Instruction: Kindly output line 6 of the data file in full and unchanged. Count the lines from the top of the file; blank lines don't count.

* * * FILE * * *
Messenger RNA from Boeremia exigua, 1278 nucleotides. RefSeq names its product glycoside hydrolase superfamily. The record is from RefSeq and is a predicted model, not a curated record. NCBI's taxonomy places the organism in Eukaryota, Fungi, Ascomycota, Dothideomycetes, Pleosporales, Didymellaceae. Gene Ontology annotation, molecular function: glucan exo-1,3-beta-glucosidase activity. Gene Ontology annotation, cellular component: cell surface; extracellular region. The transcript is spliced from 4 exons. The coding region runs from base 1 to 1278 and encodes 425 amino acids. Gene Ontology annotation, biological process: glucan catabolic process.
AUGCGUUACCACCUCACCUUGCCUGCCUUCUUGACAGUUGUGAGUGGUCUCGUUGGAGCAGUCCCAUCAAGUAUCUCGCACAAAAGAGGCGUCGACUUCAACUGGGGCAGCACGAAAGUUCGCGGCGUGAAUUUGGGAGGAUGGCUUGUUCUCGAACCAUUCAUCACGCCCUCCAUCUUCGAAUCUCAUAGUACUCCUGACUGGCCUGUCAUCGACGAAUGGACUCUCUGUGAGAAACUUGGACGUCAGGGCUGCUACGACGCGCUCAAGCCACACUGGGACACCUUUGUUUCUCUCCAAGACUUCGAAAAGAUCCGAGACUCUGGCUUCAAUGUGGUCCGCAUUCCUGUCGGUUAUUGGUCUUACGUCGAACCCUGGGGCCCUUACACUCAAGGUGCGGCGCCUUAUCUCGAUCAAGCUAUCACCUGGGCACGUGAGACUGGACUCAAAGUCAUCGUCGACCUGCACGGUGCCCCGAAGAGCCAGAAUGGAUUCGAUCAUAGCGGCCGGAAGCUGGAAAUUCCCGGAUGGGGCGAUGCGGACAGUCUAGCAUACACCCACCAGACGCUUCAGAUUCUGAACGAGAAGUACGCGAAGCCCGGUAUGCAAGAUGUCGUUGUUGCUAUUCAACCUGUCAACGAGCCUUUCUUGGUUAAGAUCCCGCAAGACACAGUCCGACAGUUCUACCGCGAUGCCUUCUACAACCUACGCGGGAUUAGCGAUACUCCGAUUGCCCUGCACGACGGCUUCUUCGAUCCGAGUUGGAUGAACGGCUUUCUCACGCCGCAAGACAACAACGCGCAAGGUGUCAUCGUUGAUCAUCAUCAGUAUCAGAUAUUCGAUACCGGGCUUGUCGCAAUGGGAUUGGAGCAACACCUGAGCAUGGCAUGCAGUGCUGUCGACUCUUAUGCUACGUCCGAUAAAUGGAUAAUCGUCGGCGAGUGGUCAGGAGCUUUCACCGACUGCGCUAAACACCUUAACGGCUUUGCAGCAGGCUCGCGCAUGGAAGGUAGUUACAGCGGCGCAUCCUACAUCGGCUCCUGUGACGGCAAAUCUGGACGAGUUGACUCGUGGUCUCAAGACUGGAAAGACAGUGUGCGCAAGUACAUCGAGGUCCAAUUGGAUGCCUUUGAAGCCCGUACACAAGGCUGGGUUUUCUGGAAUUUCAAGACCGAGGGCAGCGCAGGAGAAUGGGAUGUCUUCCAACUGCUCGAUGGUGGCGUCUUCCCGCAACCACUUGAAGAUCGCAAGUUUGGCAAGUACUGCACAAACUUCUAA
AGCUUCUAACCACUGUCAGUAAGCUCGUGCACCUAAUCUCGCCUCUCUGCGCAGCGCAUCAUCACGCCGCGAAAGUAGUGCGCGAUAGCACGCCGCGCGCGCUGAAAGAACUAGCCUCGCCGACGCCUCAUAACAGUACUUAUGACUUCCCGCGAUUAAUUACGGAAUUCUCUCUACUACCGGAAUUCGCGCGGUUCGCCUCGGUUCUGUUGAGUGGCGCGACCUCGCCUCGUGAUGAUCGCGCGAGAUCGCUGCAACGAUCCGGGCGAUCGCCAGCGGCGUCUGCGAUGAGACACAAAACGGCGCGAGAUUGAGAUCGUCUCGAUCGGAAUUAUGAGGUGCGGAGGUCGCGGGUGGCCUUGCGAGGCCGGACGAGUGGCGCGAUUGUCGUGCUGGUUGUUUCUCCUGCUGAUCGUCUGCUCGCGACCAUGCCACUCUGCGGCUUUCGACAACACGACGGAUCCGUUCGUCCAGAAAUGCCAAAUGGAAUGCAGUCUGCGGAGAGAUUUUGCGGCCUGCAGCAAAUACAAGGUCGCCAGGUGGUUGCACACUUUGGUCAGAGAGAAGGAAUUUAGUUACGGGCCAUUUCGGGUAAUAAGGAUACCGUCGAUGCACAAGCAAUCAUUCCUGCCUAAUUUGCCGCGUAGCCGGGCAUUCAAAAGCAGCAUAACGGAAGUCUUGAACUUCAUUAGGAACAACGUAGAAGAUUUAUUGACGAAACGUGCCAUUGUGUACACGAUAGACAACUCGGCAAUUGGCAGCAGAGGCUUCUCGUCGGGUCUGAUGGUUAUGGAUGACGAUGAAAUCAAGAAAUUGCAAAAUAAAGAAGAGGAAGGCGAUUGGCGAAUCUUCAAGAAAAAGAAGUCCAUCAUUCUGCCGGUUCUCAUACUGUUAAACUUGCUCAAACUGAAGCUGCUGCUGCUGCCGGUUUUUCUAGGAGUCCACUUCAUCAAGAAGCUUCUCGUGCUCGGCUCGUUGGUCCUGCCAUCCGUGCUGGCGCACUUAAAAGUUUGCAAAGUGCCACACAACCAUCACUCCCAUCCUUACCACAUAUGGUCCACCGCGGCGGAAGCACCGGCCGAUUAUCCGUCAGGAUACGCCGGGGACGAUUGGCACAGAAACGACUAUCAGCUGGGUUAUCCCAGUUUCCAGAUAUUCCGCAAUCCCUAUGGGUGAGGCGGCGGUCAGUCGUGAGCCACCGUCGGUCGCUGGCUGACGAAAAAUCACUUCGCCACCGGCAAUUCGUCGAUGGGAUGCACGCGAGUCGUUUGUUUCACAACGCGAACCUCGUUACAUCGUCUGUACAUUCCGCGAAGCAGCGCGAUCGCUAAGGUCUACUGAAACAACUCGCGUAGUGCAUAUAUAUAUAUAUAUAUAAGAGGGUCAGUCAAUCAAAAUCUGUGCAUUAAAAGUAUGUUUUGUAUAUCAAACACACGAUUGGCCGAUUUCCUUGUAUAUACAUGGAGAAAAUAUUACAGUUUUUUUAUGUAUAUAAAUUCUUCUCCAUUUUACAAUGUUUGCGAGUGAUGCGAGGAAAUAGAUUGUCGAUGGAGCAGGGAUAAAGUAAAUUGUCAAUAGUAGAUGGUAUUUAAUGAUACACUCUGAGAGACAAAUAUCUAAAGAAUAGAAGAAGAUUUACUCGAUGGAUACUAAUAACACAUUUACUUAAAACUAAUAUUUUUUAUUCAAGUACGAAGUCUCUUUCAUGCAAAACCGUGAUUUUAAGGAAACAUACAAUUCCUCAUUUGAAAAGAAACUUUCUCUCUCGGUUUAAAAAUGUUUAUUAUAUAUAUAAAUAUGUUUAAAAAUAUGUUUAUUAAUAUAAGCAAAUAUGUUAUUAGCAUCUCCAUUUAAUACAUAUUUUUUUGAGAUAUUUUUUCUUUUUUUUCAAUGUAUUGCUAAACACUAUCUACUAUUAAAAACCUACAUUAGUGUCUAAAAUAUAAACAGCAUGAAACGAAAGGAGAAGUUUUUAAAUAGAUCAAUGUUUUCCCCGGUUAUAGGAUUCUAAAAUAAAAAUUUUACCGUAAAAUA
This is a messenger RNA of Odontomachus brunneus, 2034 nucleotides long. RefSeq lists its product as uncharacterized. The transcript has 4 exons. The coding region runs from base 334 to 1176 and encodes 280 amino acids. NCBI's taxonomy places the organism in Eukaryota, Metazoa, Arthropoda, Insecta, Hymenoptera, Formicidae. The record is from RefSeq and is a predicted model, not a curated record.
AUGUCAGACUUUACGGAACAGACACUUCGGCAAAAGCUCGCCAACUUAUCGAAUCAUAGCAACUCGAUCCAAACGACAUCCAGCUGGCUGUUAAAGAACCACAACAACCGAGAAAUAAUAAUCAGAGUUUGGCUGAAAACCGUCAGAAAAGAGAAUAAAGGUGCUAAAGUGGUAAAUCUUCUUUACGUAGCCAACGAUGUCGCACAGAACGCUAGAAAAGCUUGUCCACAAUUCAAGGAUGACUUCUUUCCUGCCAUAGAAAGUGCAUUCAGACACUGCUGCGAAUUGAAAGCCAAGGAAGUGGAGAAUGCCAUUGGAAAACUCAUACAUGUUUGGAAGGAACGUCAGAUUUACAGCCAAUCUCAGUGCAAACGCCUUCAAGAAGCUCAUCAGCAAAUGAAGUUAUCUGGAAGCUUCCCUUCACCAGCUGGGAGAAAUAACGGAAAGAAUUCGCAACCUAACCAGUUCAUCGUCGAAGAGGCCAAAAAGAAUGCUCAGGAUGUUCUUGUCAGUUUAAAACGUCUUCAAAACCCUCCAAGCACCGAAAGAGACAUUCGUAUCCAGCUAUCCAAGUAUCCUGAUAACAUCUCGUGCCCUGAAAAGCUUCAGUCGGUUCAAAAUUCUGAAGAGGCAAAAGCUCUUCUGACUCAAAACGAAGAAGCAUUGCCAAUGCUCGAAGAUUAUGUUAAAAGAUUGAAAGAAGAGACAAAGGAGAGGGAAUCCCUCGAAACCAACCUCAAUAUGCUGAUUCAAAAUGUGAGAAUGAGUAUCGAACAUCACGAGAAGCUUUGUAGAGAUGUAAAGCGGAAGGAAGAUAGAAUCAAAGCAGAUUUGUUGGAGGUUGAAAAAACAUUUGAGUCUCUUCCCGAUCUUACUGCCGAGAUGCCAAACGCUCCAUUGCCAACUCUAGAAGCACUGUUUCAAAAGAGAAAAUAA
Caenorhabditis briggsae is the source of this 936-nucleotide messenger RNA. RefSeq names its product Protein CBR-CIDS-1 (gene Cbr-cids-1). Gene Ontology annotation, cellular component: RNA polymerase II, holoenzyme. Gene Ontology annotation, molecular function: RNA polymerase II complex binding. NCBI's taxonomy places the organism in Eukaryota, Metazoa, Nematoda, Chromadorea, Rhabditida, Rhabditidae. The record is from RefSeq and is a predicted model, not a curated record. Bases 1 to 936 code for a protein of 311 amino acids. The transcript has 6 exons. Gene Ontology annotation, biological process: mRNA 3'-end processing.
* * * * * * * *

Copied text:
Caenorhabditis briggsae is the source of this 936-nucleotide messenger RNA. RefSeq names its product Protein CBR-CIDS-1 (gene Cbr-cids-1). Gene Ontology annotation, cellular component: RNA polymerase II, holoenzyme. Gene Ontology annotation, molecular function: RNA polymerase II complex binding. NCBI's taxonomy places the organism in Eukaryota, Metazoa, Nematoda, Chromadorea, Rhabditida, Rhabditidae. The record is from RefSeq and is a predicted model, not a curated record. Bases 1 to 936 code for a protein of 311 amino acids. The transcript has 6 exons. Gene Ontology annotation, biological process: mRNA 3'-end processing.